This dress!! I was very excited to be part of the testing group of the Rosendal Dress – a new pattern by Hannah Andersson Studio. I’ve followed along on Instagram (@hannah.andersson.studio) during her first toiles of this dress pattern, the drafting process, and then to testing.
This was a lovely pattern to sew and I learned a few new sewing techniques along the way. If you like comfortable dresses with romantic details like this then I recommend giving the Rosendal Dress a try!
The Rosendal Dress features oversized three-quarter length sleeves, a high waistline, a lined bodice and buttons at the back. The pattern designer, Hannah Andersson, was inspired by “both 70s prairie dressed and Jane Austen period films” and the dress was designed with comfort in mind. The soft square neckline is one of my favorite elements of the dress and helps to balance out the fullness of the sleeves and skirt.
The size ranges from 32″ – 66″ (81 cm – 167.5 cm) in the bust measurement and the the sewing difficulty is intermediate or ambitious beginner. Some of the sewing techniques include sewing darts, gathering, inseams pockets and optional French seams. The sleeves have adjustable elasticated ties and the creative inseam pocket construction was new to me.
The instructions are clearly and patiently written out with a teacher-like style and share tips or different construction techniques throughout. It was a pleasure to test this pattern and I’m very happy to add this dress pattern into my collection.
The fabric I used for my Rosendal Dress is a beautiful, high quality Japanese seersucker cotton from Diy District. They reached out to me about trying some of their fabric at the perfect time because I was on the fence about my fabric choice. I love the texture and the sketchy floral design that looks almost like a solid when viewed from a distance.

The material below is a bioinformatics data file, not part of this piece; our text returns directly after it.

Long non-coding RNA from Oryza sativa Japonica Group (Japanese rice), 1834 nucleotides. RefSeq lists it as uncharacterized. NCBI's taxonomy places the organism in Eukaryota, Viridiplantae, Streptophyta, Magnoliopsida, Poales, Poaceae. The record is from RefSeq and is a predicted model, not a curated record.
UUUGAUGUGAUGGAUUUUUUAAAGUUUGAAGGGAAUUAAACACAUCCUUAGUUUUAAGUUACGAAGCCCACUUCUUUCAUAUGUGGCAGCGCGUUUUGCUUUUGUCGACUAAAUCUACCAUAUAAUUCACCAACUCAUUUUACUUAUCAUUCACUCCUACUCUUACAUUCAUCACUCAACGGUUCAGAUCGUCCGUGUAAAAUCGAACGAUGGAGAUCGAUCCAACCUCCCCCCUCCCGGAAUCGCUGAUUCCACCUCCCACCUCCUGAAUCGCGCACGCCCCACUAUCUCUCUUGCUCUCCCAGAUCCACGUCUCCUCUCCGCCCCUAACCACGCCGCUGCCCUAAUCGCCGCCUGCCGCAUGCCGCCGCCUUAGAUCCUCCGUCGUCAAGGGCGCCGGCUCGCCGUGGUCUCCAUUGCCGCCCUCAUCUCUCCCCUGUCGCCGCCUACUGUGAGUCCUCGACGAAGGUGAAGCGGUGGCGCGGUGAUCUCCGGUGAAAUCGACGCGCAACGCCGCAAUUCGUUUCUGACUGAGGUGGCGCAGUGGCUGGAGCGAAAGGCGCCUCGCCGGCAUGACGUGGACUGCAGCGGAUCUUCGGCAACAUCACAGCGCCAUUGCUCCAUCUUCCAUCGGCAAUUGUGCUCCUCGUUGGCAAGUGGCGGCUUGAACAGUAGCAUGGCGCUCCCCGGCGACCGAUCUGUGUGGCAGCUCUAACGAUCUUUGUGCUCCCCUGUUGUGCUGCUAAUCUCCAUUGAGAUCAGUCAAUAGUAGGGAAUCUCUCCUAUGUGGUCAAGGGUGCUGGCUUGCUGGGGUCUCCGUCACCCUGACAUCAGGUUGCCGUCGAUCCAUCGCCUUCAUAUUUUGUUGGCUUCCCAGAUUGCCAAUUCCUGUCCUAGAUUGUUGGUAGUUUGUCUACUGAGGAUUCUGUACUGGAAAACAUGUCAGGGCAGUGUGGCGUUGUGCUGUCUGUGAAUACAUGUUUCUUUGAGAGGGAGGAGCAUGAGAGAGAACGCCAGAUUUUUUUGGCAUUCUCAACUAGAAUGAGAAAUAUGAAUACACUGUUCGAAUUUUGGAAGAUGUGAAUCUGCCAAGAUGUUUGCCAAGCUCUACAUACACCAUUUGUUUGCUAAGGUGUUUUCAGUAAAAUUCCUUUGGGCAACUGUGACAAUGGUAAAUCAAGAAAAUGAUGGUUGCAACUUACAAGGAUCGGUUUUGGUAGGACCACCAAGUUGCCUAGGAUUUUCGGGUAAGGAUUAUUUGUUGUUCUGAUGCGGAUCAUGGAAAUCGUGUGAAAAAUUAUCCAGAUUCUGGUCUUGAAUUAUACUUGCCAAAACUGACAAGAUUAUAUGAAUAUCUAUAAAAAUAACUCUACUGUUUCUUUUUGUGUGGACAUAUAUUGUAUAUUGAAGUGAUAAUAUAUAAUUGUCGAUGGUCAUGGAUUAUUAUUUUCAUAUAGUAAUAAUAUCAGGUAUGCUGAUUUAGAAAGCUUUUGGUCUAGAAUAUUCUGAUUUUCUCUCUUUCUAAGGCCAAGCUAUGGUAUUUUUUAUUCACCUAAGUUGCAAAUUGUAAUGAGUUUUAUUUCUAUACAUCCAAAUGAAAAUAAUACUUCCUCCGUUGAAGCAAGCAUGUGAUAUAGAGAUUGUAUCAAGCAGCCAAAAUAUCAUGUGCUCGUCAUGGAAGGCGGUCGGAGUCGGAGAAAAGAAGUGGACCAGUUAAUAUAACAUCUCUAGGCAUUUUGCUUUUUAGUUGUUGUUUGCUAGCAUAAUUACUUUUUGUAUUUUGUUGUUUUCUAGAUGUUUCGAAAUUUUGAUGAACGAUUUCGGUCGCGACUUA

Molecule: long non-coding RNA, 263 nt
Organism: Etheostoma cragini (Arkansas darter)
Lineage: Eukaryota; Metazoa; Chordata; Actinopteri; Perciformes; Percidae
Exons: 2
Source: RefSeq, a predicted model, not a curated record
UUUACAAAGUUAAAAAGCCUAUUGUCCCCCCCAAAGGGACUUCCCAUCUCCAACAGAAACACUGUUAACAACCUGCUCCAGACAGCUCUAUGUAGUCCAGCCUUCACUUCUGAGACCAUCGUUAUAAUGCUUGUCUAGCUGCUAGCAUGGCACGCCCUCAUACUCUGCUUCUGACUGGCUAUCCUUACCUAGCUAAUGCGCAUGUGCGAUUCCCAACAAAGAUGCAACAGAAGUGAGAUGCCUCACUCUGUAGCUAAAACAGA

The crisp drape of the fabric gave this dress a little more structure than I was expecting but it was amazing to sew with and achieve nice clean corners at the neckline. The added volume that this cotton creates, gives the dress an airy romantic feel.
The pattern recommends lightweight woven fabrics, like linen, cotton voile or lawn, or rayon challis. Choosing a fabric with more structure, like the one I chose, gives the sleeves and skirt more volume. It all depends on the look you’re going for and fabric choice can make a big difference. You can search the hashtag #rosendaldress on Instagram to see other sewists’ versions and the fabric they picked.
I used some of the leftover fabric to bind the inside seams on my Lakeview Tote pattern and I love the pretty pop of floral on the inside. It was very easy to sew with when enclosing the seams, even on the bulkiest sections.
Since I was a tester for the pattern I didn’t make any modifications to the pattern because I wanted to test the fit as written. I did make a quick toile of the just the bodice to get an idea of the fit and decided to size down. The Rosendal Dress is still in testing so some of my fit note concerns may be improved / edited in the final – there aren’t many though!
Really my main fit concern is that the bodice still feels somewhat loose even after sizing down to the smallest size – I don’t quite fill out the bodice with my bust measurement (34″). However, the design of the bodice gives the appearance of it being more fitted but isn’t tight at all. On my next dress I may try bringing in the bust darts a little more to make that area a little more fitted.
Another thing I want to experiment with is the sleeve length because I think a short sleeve version would be cute! A version in linen or rayon would also be fun to try and see how it changes up the look.
I hope my version has inspired you to try this thoughtful and beautifully designed pattern.
Thanks for reading along! 🙂